Other Free Encyclopedias » Animal Life Resource » Amphibians » Asian Tailed Caecilians: Ichthyophiidae - Physical Characteristics, Behavior And Reproduction, Ceylon Caecilian (ichthyophis Glutinosus): Species Account - GEOGRAPHIC RANGE, HABITAT, DIET, ASIAN TAILED CAECILIANS AND PEOPLE, CONSERVATION STATUS

Asian Tailed Caecilians: Ichthyophiidae - Ceylon Caecilian (ichthyophis Glutinosus): Species Account

earthworm soil eat larvae

Physical characteristics: Ceylon caecilians are medium-sized to large caecilians that reach a length of 9 to 16 inches (23 to 41 centimeters). Adults have 342 to 392 rings along the body. The tentacle openings are closer to the eyes than to the nostrils and are close to the sides of the mouth. These caecilians are purplish gray with yellowish cream stripes on the sides.


Geographic range: Ceylon caecilians live in Sri Lanka.


Habitat: Most Ceylon caecilians have been found in areas that were once rainforests but have been converted to farmland. These animals were found in piles of rotting plant matter and manure and in loose, wet soil. One caecilian was dug up from the soil of a moist meadow.

When it grasps its earthworm prey, a Ceylon caecilian moves backward into its burrow while vigorously twisting its head and neck to subdue the worm. Sometimes the caecilian spins its body to break the earthworm into smaller, more manageable pieces. (Illustration by Marguette Dongvillo. Reproduced by permission.)

Diet: Newly transformed and adult Ceylon caecilians mainly eat earthworms but also eat other small invertebrates (in-VER-teh-bre-hts), or animals without backbones, that they find in the leaf litter and soil. Scientists do not know what the larvae eat in the wild, but in captivity they eat small bloodworms and earthworms.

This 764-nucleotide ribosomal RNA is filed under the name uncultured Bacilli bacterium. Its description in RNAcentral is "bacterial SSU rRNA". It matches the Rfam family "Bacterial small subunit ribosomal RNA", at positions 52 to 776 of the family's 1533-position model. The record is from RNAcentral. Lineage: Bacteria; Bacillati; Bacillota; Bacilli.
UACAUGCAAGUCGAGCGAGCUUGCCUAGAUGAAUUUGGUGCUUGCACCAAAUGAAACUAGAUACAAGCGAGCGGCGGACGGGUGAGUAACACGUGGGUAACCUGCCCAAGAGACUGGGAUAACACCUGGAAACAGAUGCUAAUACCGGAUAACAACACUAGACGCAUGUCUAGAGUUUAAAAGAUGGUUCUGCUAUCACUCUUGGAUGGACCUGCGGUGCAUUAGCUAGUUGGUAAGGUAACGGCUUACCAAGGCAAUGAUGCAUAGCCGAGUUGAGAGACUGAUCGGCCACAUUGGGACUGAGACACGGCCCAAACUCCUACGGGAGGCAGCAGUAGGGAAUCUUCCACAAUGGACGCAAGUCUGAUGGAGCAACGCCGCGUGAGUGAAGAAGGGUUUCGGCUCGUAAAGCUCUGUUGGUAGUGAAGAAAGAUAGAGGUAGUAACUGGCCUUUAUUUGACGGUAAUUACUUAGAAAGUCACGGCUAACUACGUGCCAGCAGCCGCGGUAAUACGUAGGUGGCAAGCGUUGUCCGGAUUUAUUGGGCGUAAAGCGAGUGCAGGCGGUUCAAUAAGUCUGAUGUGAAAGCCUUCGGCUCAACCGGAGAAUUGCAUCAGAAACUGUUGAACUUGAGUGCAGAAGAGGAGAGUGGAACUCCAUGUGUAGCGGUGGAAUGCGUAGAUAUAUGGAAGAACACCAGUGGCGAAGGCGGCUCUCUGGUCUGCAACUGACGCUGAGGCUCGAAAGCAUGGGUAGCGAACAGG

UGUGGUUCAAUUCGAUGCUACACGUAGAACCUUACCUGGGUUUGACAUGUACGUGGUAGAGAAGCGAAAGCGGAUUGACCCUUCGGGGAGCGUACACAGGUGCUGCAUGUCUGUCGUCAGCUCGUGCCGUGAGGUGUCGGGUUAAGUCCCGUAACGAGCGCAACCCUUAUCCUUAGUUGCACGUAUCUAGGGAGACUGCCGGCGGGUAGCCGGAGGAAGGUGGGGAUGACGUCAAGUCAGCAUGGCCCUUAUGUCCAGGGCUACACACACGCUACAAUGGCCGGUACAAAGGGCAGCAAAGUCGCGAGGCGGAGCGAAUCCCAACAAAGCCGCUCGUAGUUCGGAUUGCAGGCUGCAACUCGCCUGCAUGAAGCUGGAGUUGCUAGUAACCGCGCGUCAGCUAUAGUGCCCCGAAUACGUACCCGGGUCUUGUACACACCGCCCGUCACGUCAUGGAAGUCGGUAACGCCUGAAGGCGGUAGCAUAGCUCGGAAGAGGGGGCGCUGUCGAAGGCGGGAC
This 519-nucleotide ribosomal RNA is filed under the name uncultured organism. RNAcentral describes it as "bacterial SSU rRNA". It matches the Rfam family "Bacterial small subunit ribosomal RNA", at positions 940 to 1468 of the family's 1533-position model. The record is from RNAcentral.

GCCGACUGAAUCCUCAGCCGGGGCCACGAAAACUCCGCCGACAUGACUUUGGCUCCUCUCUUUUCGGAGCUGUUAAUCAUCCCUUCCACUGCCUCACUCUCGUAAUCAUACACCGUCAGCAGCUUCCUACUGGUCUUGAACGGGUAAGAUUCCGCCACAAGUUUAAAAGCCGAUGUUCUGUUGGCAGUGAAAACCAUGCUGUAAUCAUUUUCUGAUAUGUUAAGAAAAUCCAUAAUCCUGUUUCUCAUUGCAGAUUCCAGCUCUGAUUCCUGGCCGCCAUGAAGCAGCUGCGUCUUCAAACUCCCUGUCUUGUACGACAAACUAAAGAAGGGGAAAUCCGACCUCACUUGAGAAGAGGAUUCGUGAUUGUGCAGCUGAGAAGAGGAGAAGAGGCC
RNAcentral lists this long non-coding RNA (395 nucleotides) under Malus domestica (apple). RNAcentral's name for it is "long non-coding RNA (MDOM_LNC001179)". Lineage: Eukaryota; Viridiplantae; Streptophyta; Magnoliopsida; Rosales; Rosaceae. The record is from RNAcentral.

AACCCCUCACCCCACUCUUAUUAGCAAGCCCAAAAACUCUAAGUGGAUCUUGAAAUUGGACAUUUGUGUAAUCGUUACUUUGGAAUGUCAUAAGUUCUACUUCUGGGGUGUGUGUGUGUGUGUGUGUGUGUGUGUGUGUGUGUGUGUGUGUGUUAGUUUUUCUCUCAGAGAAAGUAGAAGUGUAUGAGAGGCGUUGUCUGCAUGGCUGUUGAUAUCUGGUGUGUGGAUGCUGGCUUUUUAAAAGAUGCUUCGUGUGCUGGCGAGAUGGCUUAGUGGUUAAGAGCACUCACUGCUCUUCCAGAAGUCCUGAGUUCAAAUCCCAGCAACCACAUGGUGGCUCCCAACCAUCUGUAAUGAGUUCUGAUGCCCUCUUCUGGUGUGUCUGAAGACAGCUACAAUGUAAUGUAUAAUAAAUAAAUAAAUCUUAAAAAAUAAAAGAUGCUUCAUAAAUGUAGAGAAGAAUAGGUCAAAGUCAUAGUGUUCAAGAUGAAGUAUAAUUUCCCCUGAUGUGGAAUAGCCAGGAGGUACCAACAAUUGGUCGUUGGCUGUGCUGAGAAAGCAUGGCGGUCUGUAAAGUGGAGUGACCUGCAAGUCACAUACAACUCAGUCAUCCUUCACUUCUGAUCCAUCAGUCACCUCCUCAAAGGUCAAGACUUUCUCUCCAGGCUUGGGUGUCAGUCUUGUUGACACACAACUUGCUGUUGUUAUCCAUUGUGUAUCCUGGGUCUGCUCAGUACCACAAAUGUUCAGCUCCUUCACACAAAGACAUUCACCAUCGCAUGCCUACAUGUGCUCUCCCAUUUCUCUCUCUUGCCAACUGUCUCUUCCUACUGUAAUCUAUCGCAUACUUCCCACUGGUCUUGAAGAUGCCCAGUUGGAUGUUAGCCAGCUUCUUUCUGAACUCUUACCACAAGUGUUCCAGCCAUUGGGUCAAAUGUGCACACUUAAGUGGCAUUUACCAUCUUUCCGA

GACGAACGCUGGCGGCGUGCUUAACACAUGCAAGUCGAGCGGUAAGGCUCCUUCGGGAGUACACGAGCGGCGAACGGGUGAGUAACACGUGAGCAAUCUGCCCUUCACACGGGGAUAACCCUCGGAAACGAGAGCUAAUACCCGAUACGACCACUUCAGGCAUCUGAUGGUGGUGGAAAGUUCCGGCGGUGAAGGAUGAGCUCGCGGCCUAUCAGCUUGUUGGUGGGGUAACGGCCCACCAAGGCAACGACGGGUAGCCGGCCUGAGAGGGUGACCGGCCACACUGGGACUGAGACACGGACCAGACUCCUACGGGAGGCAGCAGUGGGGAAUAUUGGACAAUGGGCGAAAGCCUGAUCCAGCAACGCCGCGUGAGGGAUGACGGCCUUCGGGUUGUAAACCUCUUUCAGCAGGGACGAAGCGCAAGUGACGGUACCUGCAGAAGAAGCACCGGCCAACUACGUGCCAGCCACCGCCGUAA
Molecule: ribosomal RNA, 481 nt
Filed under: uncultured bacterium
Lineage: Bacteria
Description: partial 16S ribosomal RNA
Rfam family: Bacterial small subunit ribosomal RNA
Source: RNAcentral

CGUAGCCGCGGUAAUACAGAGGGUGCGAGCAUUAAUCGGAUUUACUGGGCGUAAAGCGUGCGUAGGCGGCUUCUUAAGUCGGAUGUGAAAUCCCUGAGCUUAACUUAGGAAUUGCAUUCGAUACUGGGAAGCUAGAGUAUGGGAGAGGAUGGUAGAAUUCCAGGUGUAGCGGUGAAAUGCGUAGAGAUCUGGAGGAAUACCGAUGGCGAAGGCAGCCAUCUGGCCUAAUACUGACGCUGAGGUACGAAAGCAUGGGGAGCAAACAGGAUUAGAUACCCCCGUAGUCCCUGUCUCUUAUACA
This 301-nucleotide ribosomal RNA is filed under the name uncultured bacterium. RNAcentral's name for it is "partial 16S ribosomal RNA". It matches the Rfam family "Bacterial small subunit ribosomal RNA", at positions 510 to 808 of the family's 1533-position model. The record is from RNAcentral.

Behavior and reproduction: When it grasps its earthworm prey, a Ceylon caecilian moves backward into its burrow while vigorously twisting its head and neck to subdue the worm. Sometimes the caecilian spins its body to break the earthworm into smaller, more manageable pieces.

Scientists know little about how Ceylon caecilians mate. The females lay twenty-five to thirty-eight large white eggs in jelly strings then place them in hidden nests in the soil. They then coil around the eggs until they hatch. The newly hatched larvae are 3 to 4.5 inches (8 to 11 centimeters) long. The larvae go through metamorphosis after about 280 days.


Ceylon caecilians and people: Ceylon caecilians have no known importance to people.


Conservation status: Ceylon caecilians are not considered threatened or endangered. ∎


FOR MORE INFORMATION

Books:

Duellman, William E., and Linda Trueb. Biology of Amphibians. Baltimore, MD: Johns Hopkins University Press, 1994.

Lamar, William W. The World's Most Spectacular Reptiles and Amphibians. Tampa, FL: World, 1997.

Lawlor, Elizabeth P. Discover Nature in Water and Wetlands. Mechanicsburg, PA: Stackpole, 2000.

Llamas Ruiz, Andres. Reptiles and Amphibians: Birth and Growth. New York: Sterling, 1996.

Petranka, J. W. Salamanders of the United States and Canada. Washington, DC: Smithsonian Institution Press, 1998.


Web sites:

"Caecilian." Animal Bytes. http://www.sandiegozoo.org/animalbytes/t-caecilian.html (accessed on April 11, 2005).

Hawes, Alex. "On Waterdogs, Mudpuppies, and the Occasional Hellbender." Zoogoer. http://nationalzoo.si.edu/Publications/ZooGoer/2000/2/waterdogsmudpuppieshellbender.cfm (accessed on April 11, 2005).

Summers, Adam. "Squeeze Play." Natural History. http://biomechanics.bio.uci.edu/_html/nh_biomech/caecilian/caecilian.htm (accessed on April 11, 2005).

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